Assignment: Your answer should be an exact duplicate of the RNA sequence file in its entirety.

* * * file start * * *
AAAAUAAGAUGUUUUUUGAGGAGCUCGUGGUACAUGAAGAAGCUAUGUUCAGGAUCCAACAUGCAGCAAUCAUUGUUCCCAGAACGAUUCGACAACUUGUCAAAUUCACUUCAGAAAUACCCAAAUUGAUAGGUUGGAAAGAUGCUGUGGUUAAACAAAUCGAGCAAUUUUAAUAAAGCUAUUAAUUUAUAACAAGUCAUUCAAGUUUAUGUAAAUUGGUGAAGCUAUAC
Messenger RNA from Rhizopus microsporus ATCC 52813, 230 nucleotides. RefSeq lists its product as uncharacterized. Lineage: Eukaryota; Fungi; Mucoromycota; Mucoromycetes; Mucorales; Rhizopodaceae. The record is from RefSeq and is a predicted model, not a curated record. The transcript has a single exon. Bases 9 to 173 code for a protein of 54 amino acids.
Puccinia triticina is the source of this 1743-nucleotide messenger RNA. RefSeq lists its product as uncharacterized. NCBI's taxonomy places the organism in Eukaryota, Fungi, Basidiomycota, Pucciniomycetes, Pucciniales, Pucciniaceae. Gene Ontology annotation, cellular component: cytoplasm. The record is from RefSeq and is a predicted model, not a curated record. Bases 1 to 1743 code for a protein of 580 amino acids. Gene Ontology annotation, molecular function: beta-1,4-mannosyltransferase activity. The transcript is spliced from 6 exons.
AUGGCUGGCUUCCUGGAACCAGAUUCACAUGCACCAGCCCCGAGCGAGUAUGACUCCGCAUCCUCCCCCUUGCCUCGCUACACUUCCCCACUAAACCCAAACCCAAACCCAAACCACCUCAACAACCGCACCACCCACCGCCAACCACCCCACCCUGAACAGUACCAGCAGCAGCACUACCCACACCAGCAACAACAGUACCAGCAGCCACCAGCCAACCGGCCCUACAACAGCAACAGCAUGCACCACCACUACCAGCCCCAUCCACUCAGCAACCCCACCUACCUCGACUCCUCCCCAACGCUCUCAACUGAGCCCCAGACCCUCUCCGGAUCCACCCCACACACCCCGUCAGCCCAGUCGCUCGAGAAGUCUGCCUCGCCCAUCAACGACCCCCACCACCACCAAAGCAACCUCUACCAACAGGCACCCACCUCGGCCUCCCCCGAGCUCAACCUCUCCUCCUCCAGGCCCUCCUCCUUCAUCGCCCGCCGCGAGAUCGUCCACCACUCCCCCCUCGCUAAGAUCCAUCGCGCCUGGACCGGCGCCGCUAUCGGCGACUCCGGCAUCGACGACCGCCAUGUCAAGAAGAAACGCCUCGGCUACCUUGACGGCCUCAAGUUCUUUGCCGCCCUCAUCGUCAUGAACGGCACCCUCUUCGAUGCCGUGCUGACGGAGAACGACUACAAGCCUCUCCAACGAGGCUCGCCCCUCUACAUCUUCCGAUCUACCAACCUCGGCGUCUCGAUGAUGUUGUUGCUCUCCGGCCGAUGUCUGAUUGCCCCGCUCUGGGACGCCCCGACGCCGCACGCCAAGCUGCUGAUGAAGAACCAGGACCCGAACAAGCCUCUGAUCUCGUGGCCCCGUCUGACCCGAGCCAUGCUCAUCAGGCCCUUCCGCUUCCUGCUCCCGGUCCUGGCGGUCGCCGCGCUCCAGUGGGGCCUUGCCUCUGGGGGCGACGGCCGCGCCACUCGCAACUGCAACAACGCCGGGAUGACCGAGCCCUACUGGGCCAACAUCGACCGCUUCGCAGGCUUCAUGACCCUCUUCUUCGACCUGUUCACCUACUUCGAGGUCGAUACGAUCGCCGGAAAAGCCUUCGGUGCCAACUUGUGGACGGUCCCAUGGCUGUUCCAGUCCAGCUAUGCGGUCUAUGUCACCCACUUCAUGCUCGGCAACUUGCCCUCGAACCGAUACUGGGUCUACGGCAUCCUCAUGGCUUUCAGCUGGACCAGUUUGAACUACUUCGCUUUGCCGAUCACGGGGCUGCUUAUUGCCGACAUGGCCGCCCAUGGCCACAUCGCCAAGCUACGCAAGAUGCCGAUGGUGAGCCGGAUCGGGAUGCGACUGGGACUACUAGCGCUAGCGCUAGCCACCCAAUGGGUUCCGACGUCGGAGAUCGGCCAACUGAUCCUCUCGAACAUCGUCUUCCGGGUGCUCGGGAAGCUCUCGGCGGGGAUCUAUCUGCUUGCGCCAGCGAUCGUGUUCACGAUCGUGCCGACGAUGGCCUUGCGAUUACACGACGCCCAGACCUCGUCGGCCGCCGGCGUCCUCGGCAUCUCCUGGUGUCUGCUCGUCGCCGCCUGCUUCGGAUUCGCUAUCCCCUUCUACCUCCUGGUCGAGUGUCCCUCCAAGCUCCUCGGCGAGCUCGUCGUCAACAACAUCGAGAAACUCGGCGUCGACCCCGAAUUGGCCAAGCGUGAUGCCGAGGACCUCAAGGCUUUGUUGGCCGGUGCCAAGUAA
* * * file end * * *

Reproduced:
AAAAUAAGAUGUUUUUUGAGGAGCUCGUGGUACAUGAAGAAGCUAUGUUCAGGAUCCAACAUGCAGCAAUCAUUGUUCCCAGAACGAUUCGACAACUUGUCAAAUUCACUUCAGAAAUACCCAAAUUGAUAGGUUGGAAAGAUGCUGUGGUUAAACAAAUCGAGCAAUUUUAAUAAAGCUAUUAAUUUAUAACAAGUCAUUCAAGUUUAUGUAAAUUGGUGAAGCUAUAC
Messenger RNA from Rhizopus microsporus ATCC 52813, 230 nucleotides. RefSeq lists its product as uncharacterized. Lineage: Eukaryota; Fungi; Mucoromycota; Mucoromycetes; Mucorales; Rhizopodaceae. The record is from RefSeq and is a predicted model, not a curated record. The transcript has a single exon. Bases 9 to 173 code for a protein of 54 amino acids.
Puccinia triticina is the source of this 1743-nucleotide messenger RNA. RefSeq lists its product as uncharacterized. NCBI's taxonomy places the organism in Eukaryota, Fungi, Basidiomycota, Pucciniomycetes, Pucciniales, Pucciniaceae. Gene Ontology annotation, cellular component: cytoplasm. The record is from RefSeq and is a predicted model, not a curated record. Bases 1 to 1743 code for a protein of 580 amino acids. Gene Ontology annotation, molecular function: beta-1,4-mannosyltransferase activity. The transcript is spliced from 6 exons.
AUGGCUGGCUUCCUGGAACCAGAUUCACAUGCACCAGCCCCGAGCGAGUAUGACUCCGCAUCCUCCCCCUUGCCUCGCUACACUUCCCCACUAAACCCAAACCCAAACCCAAACCACCUCAACAACCGCACCACCCACCGCCAACCACCCCACCCUGAACAGUACCAGCAGCAGCACUACCCACACCAGCAACAACAGUACCAGCAGCCACCAGCCAACCGGCCCUACAACAGCAACAGCAUGCACCACCACUACCAGCCCCAUCCACUCAGCAACCCCACCUACCUCGACUCCUCCCCAACGCUCUCAACUGAGCCCCAGACCCUCUCCGGAUCCACCCCACACACCCCGUCAGCCCAGUCGCUCGAGAAGUCUGCCUCGCCCAUCAACGACCCCCACCACCACCAAAGCAACCUCUACCAACAGGCACCCACCUCGGCCUCCCCCGAGCUCAACCUCUCCUCCUCCAGGCCCUCCUCCUUCAUCGCCCGCCGCGAGAUCGUCCACCACUCCCCCCUCGCUAAGAUCCAUCGCGCCUGGACCGGCGCCGCUAUCGGCGACUCCGGCAUCGACGACCGCCAUGUCAAGAAGAAACGCCUCGGCUACCUUGACGGCCUCAAGUUCUUUGCCGCCCUCAUCGUCAUGAACGGCACCCUCUUCGAUGCCGUGCUGACGGAGAACGACUACAAGCCUCUCCAACGAGGCUCGCCCCUCUACAUCUUCCGAUCUACCAACCUCGGCGUCUCGAUGAUGUUGUUGCUCUCCGGCCGAUGUCUGAUUGCCCCGCUCUGGGACGCCCCGACGCCGCACGCCAAGCUGCUGAUGAAGAACCAGGACCCGAACAAGCCUCUGAUCUCGUGGCCCCGUCUGACCCGAGCCAUGCUCAUCAGGCCCUUCCGCUUCCUGCUCCCGGUCCUGGCGGUCGCCGCGCUCCAGUGGGGCCUUGCCUCUGGGGGCGACGGCCGCGCCACUCGCAACUGCAACAACGCCGGGAUGACCGAGCCCUACUGGGCCAACAUCGACCGCUUCGCAGGCUUCAUGACCCUCUUCUUCGACCUGUUCACCUACUUCGAGGUCGAUACGAUCGCCGGAAAAGCCUUCGGUGCCAACUUGUGGACGGUCCCAUGGCUGUUCCAGUCCAGCUAUGCGGUCUAUGUCACCCACUUCAUGCUCGGCAACUUGCCCUCGAACCGAUACUGGGUCUACGGCAUCCUCAUGGCUUUCAGCUGGACCAGUUUGAACUACUUCGCUUUGCCGAUCACGGGGCUGCUUAUUGCCGACAUGGCCGCCCAUGGCCACAUCGCCAAGCUACGCAAGAUGCCGAUGGUGAGCCGGAUCGGGAUGCGACUGGGACUACUAGCGCUAGCGCUAGCCACCCAAUGGGUUCCGACGUCGGAGAUCGGCCAACUGAUCCUCUCGAACAUCGUCUUCCGGGUGCUCGGGAAGCUCUCGGCGGGGAUCUAUCUGCUUGCGCCAGCGAUCGUGUUCACGAUCGUGCCGACGAUGGCCUUGCGAUUACACGACGCCCAGACCUCGUCGGCCGCCGGCGUCCUCGGCAUCUCCUGGUGUCUGCUCGUCGCCGCCUGCUUCGGAUUCGCUAUCCCCUUCUACCUCCUGGUCGAGUGUCCCUCCAAGCUCCUCGGCGAGCUCGUCGUCAACAACAUCGAGAAACUCGGCGUCGACCCCGAAUUGGCCAAGCGUGAUGCCGAGGACCUCAAGGCUUUGUUGGCCGGUGCCAAGUAA